Thumb drives can run programs as well as store files
By Kim Komando
By Kim Komando
Thumb drives are handy little storage devices. They transport documents, picture files and the like. But they also can be used to run programs.
This portability allows you to use programs on a computer that doesn't have them installed. For example, you may love using Mozilla Firefox at home, but your office forbids installing it. You can bypass the problem by running Firefox at work from a thumb drive.
Portable programs also allow you to surf without leaving too many tracks. This is useful on a public computer, such as at a hotel or library.
Thumb drives range from $20 for a 128-megabyte unit to more than $600 for 8 gigabytes. Unless you need more room, look for 2GB or 4GB units. They provide a lot of storage and can be had for less than $100.
Here are four useful programs that will run on any storage device, even your MP3 player:
1. A free office suite. Imagine showing up to give a PowerPoint presentation, but the computer doesn't have the program. You can download a free viewer from Microsoft, but forget about last-second changes.
That's where Portable Open Office.org (www.portableapps.com) comes in. It's a free suite of programs that includes a word processor, spreadsheet, multimedia presentation program, drawing program and a database management program. All of the programs are compatible with Microsoft Word, Excel, PowerPoint, Visio and Access, as well as other programs such as Corel WordPerfect Office.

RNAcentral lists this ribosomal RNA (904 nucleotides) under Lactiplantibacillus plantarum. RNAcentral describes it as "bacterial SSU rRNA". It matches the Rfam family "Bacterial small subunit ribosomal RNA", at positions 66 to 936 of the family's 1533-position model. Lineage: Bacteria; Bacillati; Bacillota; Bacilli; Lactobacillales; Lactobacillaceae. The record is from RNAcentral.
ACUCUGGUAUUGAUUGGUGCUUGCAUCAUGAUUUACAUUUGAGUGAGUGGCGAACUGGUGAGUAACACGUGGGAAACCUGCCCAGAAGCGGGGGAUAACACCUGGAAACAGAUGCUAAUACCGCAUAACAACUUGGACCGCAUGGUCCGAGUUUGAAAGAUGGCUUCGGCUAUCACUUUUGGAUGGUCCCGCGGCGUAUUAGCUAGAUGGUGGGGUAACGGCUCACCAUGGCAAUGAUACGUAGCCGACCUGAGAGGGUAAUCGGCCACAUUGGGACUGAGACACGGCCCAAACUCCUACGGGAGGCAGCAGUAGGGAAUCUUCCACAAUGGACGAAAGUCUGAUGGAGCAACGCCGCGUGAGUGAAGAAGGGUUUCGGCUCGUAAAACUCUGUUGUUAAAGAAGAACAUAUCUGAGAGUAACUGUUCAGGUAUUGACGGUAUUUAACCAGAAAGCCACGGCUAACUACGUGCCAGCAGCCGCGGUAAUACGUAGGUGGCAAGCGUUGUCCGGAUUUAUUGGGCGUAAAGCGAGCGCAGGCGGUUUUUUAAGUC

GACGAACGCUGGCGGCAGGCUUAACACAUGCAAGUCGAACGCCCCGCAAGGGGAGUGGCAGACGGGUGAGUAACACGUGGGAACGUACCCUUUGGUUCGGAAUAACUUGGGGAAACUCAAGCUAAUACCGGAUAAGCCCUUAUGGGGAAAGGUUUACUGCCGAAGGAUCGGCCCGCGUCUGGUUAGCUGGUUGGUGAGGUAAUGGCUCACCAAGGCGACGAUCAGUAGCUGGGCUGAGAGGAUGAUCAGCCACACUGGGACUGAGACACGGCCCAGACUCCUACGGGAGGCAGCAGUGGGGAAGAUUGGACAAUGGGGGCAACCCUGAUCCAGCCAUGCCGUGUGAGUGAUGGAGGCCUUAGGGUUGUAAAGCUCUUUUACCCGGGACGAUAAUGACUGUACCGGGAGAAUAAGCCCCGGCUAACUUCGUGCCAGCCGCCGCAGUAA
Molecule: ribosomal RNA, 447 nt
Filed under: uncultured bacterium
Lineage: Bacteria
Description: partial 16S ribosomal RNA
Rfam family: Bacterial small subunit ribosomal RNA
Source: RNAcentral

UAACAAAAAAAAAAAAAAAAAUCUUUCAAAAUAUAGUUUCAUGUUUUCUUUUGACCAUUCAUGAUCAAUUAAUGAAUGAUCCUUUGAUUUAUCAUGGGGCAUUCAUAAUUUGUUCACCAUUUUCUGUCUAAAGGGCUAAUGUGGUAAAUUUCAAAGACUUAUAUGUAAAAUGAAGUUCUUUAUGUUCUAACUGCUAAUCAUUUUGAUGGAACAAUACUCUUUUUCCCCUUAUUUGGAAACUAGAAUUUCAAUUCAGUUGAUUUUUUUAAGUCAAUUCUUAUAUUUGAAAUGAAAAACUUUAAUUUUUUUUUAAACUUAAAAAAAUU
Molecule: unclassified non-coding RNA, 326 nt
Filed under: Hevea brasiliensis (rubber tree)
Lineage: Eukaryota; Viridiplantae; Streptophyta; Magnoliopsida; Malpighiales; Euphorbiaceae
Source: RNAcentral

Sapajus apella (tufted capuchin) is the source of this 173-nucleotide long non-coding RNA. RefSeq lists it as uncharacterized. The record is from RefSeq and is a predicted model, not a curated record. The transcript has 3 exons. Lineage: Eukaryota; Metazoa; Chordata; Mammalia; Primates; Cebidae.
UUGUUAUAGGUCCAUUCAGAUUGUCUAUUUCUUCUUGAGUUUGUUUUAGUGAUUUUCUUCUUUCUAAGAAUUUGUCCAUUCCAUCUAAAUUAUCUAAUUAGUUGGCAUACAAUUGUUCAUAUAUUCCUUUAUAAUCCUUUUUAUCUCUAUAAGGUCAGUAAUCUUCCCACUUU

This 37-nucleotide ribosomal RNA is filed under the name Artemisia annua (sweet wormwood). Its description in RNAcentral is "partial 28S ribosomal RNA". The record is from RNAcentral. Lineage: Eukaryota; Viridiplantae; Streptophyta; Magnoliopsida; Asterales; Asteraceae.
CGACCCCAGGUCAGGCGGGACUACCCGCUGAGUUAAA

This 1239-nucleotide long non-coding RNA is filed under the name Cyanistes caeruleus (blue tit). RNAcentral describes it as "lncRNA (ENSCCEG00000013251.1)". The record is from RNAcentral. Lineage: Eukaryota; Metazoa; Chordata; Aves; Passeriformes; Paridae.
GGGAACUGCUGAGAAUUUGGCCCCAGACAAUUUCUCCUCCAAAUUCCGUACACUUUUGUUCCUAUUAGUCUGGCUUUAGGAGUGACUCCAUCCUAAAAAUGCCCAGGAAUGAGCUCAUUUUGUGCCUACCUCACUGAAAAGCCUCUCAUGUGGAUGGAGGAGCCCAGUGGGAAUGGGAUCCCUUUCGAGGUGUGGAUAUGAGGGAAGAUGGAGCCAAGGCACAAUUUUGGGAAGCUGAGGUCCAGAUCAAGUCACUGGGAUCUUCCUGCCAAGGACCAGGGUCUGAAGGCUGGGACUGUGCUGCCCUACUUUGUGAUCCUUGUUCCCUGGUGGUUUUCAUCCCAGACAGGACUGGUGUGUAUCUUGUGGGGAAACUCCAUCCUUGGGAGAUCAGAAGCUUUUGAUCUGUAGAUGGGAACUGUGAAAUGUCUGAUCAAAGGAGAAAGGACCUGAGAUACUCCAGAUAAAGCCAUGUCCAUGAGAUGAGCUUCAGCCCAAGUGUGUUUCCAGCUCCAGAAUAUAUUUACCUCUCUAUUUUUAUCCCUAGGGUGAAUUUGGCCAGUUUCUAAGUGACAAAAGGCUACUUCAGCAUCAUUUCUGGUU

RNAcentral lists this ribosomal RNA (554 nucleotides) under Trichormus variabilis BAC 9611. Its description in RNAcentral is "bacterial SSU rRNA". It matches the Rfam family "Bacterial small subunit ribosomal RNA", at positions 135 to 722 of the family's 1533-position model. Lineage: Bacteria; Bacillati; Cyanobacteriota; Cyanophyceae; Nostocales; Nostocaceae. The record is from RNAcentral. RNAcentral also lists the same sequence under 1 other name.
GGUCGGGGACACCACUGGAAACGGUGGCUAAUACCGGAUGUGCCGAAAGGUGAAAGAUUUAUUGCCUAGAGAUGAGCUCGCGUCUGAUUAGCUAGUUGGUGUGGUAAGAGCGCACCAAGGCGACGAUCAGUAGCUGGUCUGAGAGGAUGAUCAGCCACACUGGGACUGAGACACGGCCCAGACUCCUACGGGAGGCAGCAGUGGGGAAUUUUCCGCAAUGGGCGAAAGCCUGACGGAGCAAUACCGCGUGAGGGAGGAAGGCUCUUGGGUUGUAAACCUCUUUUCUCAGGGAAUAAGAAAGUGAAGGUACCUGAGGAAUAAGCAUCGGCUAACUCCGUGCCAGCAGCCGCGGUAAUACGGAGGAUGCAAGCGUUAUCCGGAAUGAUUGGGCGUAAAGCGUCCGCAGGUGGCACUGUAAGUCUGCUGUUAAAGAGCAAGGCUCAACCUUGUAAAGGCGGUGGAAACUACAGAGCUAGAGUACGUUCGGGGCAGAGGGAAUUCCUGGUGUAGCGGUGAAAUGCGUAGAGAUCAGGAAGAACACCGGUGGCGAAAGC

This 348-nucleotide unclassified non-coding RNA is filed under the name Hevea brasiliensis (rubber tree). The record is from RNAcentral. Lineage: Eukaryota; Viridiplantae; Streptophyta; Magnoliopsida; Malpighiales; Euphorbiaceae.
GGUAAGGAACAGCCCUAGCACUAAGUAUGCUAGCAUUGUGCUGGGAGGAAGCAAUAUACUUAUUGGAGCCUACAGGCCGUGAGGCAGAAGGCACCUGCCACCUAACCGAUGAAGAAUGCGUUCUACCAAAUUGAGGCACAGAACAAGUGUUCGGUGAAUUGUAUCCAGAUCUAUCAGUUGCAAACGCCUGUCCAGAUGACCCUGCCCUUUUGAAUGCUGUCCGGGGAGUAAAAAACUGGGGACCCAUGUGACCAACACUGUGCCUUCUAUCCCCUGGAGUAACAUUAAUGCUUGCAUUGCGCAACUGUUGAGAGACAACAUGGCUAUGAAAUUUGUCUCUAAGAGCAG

The suite requires 167MB.
2. A Web browser. Surfing the Net on a public computer is, well, public. Buying something online and failing to sign out could be dangerous. Clearing the browsing history and dumping the cookies and cache should erase your tracks. But what if you forget?
Portable Firefox (www.portableapps.com) allows you to surf the Net without leaving tracks. Extensions, bookmarks (a listing of favorite sites) and passwords used on your home computer can also be carried over.
The program uses 16.9MB.
3. All-in-one instant messaging program. Imagine talking simultaneously on Yahoo Messenger, AOL Instant Messenger and MSN Messenger. And using only one program.
Well, you can do it with Portable Gaim and Portable Miranda (both at www.portableapps.com). Portable Gaim is best suited for users who want to avoid settings. Miranda, although more complex, gives greater customization.
Portable Gaim requires 8.9MB of free space, and Portable Miranda, 1.2MB.
4. Password security. It seems like there's a user name and password for everything. Strong passwords require a combination of letters, symbols and numbers and are difficult to remember. And each account should have a different password.
The free KeePass (http://keepass.sourceforge.net) stores passwords in an encrypted database. It will import your list of passwords, or you can enter each user name and password manually.
KeePass uses less than 1MB.
Contact Kim Komando at firstname.lastname@example.org.